Covington’s Frank Duveneck Gets His Due at the Cincinnati Art Museum

A new exhibition at CAM takes a look at Frank Duveneck and aims to elevate him from local hero to his rightful place in the art world.

Cincinnati Art Museum’s current Frank Duveneck: American Master retrospective would seem to have little need to dig up anything new about the esteemed Covington native. Born to German-immigrant parents, he and his career flowered in the late 19th and early 20th centuries, and he’s often been called this city’s most important artist. A respected Art Academy of Cincinnati teacher as well, he died in 1919 at age 70.

Illustration by Gabriel Ippoliti

But, really, the ideas behind this show are anything but complacent. It attempts to shake the cobwebs off of Duveneck’s reputation, which isn’t as prominent nationally and internationally as it is here. As American Fine Art Magazine presents it in a recent cover story, “A new Frank Duveneck exhibition at the Cincinnati Art Museum reinstates the artist alongside many of the American greats.”

“We’ve had years of looking at American art through a social lens, but that had not really been done with Duveneck to the extent I felt it could be,” says CAM’s Curator of American Paintings, Sculpture, and Drawings Julie Aronson, who organized the show. “He was very much his own individual and doing things that were very exciting and different.”

This exhibit reviews his long career, featuring approximately 125 oil paintings, drawings, watercolors, pastels, etchings, monotypes, and sculptures—90 or so from the museum’s own permanent collection. There are also a few works by his peers, including wife Elizabeth Boott Duveneck, and students. “Our collection of Duveneck’s works on paper is rarely on display, and we’re also pulling a lot of paintings from storage and from galleries to present them in a different way and context and [alongside] ones on loan,” says Aronson. CAM’s last comparable Duveneck exhibit was in 1987–1988.

Frank Duveneck: American Master has been extended through May 9 at the Cincinnati Art Museum. Check for updates at cincinnatiartmuseum.org.

The artist spent key years in the 1870s studying, painting, and teaching in Munich and nearby Polling, Germany, and they get a reappraisal here. A good example can be seen via his best known works locally, CAM’s own 1872 The Whistling Boy and the Taft Museum of Art’s 1877 The Cobbler’s Apprentice. With his energetic brush strokes, Duveneck depicted these two working boys as tough and preternaturally mature. They’re together in this show, along with another “boy,” the privately owned He Lives by His Wits (1878).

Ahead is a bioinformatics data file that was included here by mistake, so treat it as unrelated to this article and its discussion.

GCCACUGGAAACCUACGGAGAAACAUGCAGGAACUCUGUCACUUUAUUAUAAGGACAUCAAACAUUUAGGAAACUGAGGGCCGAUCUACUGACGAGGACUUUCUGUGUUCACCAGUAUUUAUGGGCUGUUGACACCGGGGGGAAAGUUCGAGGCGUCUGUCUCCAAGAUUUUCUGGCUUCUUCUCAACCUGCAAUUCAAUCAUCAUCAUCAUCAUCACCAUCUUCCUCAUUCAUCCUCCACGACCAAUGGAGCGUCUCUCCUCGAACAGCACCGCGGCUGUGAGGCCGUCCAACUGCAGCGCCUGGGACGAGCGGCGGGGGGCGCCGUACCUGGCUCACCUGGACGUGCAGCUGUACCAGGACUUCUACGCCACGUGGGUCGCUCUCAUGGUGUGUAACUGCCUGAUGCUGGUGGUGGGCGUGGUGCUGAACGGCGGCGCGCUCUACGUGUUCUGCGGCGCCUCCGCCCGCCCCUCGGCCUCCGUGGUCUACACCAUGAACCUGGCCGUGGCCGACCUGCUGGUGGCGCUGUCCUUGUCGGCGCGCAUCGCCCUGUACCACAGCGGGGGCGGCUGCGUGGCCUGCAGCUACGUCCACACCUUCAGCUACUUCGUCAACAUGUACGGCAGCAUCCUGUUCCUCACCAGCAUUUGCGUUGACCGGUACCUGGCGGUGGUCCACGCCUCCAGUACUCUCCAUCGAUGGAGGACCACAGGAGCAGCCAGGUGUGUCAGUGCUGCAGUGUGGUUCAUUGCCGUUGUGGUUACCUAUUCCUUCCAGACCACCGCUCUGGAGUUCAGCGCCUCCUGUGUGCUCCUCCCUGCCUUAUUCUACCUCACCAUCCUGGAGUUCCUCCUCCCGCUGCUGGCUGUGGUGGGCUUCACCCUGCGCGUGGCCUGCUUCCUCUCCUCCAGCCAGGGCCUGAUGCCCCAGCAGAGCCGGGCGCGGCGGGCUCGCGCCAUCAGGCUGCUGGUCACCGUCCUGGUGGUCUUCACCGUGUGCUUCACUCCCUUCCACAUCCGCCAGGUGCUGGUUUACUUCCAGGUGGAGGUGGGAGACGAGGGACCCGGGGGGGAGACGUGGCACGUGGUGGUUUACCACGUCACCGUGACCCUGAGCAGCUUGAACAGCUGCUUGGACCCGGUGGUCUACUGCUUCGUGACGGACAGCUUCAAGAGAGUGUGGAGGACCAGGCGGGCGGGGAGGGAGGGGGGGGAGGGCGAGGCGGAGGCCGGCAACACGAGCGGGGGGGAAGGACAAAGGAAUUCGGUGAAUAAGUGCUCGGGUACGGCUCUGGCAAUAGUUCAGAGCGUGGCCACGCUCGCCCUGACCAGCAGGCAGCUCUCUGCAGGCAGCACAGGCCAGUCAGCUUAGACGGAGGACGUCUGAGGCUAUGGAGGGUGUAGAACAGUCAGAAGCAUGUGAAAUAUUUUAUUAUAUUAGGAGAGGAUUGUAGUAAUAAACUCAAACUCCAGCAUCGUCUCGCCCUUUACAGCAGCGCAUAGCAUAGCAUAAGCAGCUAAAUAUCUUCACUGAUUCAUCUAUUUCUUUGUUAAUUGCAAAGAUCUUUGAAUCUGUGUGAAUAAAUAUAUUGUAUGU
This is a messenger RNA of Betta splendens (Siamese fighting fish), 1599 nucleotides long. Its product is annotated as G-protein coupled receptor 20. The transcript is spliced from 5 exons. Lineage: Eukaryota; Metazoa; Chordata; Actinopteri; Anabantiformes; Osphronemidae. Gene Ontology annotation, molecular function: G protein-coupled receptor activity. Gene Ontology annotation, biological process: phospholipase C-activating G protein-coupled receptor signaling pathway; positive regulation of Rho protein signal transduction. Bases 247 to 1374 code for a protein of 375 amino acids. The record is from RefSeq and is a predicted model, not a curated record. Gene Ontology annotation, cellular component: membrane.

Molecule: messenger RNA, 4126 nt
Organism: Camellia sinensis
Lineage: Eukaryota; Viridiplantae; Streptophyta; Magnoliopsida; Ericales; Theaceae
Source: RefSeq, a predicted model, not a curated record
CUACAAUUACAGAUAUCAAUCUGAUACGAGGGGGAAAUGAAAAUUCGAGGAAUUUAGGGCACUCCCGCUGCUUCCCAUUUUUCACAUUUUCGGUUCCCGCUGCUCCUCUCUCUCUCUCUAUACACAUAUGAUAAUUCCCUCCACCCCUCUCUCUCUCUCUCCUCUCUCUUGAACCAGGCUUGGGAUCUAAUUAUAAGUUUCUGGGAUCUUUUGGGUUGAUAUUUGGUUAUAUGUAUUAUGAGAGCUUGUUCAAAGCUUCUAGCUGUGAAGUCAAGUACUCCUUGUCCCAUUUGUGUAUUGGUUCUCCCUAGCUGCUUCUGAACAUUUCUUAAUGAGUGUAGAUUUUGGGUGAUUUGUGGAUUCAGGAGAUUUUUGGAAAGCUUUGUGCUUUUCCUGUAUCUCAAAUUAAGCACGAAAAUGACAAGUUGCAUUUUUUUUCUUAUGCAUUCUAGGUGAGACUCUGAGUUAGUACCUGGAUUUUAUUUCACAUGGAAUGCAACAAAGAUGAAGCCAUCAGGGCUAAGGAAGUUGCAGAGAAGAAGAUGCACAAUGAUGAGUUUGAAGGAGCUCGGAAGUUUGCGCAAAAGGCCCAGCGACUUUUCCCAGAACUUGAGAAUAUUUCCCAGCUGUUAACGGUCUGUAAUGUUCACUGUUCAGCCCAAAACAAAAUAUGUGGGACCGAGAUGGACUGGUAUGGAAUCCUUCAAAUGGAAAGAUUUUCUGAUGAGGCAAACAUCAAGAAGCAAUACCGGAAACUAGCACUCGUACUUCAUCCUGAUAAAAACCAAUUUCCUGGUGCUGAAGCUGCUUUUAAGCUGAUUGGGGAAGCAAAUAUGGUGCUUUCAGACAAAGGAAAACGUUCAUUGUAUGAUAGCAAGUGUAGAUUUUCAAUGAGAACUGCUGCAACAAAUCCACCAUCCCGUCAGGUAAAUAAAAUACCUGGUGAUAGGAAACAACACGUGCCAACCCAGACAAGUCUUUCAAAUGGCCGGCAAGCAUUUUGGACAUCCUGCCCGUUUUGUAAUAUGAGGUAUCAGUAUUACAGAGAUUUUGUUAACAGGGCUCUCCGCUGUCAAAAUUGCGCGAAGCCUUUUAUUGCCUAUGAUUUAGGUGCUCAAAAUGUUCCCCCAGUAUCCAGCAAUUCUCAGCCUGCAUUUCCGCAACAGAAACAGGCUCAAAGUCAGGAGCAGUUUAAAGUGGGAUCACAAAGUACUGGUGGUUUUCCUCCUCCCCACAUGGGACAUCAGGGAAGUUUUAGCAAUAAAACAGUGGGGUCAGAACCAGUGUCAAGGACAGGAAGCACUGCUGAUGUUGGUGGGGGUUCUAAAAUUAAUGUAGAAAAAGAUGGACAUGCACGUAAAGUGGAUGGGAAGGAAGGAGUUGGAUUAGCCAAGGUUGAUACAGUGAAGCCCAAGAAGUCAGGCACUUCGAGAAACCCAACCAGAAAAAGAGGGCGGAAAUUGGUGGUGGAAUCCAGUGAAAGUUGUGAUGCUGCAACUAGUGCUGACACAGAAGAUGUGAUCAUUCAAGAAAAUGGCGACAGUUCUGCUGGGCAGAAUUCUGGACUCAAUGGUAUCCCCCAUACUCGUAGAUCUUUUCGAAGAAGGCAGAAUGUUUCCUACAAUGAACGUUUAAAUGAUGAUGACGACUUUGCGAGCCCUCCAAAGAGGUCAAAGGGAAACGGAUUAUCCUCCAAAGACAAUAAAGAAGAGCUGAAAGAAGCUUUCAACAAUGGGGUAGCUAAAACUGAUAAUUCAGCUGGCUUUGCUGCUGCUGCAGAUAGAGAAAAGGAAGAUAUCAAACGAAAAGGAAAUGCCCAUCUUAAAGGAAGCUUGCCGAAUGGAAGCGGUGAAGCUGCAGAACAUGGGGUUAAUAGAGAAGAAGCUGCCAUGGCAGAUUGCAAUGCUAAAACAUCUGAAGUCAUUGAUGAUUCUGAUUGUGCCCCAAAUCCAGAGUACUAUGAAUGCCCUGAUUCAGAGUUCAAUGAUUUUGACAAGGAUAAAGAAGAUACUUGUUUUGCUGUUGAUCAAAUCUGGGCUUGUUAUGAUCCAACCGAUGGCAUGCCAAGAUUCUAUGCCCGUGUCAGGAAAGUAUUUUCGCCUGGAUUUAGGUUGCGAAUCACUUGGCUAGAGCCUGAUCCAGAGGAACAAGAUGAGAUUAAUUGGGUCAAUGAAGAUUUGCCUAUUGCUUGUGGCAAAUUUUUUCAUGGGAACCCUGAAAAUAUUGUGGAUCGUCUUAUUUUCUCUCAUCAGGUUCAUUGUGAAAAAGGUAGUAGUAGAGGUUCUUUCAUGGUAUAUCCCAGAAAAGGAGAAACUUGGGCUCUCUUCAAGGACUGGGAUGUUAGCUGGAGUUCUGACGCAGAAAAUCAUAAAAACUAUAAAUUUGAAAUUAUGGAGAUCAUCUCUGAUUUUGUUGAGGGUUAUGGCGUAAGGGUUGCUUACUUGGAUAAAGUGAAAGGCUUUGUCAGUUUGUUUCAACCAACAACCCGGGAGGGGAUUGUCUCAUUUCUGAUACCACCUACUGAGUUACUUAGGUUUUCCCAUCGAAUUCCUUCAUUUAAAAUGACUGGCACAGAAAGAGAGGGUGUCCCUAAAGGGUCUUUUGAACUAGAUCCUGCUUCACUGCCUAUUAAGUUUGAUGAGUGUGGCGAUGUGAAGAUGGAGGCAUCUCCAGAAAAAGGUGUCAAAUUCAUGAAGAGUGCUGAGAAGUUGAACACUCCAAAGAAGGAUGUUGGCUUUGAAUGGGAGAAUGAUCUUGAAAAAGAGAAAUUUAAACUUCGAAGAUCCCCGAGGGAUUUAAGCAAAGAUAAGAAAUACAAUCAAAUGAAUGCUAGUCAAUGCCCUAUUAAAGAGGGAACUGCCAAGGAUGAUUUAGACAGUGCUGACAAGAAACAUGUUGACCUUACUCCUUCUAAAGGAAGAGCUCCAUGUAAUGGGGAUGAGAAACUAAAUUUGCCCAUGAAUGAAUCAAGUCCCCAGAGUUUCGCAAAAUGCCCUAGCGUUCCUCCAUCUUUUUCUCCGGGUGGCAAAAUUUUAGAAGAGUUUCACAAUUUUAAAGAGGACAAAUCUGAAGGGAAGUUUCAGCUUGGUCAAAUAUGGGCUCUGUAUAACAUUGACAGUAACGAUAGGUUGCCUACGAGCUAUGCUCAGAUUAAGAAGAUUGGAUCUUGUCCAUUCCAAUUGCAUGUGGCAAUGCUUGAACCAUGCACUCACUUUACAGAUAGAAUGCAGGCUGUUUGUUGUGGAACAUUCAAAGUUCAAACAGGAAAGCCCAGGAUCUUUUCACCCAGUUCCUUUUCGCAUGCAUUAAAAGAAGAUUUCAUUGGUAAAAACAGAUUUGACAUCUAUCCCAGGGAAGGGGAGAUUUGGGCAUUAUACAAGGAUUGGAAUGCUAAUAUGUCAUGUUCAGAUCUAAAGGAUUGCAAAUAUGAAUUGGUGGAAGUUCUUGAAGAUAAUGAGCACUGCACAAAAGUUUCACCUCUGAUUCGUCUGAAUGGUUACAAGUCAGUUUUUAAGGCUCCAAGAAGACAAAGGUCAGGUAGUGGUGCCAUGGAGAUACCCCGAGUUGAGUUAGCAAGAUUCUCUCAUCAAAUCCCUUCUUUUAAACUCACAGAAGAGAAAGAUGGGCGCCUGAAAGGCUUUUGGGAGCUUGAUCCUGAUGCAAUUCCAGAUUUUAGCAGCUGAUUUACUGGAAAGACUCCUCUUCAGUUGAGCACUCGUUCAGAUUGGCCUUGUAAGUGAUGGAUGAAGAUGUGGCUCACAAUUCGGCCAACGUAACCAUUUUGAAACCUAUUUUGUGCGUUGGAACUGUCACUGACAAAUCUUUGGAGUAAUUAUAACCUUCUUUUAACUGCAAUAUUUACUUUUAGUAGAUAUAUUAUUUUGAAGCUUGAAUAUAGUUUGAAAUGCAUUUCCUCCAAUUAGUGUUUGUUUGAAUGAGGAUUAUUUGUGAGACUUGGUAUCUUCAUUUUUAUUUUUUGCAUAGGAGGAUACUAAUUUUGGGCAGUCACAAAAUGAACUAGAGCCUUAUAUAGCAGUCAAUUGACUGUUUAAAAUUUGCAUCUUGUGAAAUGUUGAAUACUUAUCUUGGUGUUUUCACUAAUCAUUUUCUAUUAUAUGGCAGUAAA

These images rankled at first. In a startling catalogue essay, “A Dangerous Class of Painting: Ugliness, Masculinity, and the Munich Style in Gilded Age America,” Indiana University Art History Professor Emerita Sarah Burns argues that Duveneck’s work of the 1870s often was too much for Americans at the time. “Tough street kids clearly had no connection to American life at all beyond the nationality of their creators,” she writes. “[But] Munich’s beggars and ragamuffins called to mind the criminals and guttersnipes of New York and other big American cities just at a time of extreme class conflict and social upheaval.”

Duveneck’s boys still have a controversial element today, partly because they smoke. (Whistling Boy is a smoker, Aronson says, although it’s hard to see.) “It’s something that somebody might find disturbing, which I don’t think would be a main concern at that time,” she says. “It gives these kids an edge. They weren’t children playing badminton on the lawn.”

Burns’s essay also explains how Duveneck’s unsentimental portrayals of older men, such as The Old Professor (1871), took viewers aback. He showed them in front of black backgrounds—themselves symbols of the artist’s daring—that seem to hide life’s approaching deadly storms. Even those who praised him at the time, like the author Henry James, struggled with the work’s scary masculine impact at a time when art was supposed to be “feminine,” meaning not ugly.

The portraits of the men represented, Burns writes, a “cult of ugliness that seemed to characterize the brash new realism” and show how Duveneck shook up the status quo—one more reason he should be regarded today as a trendsetter of his time.

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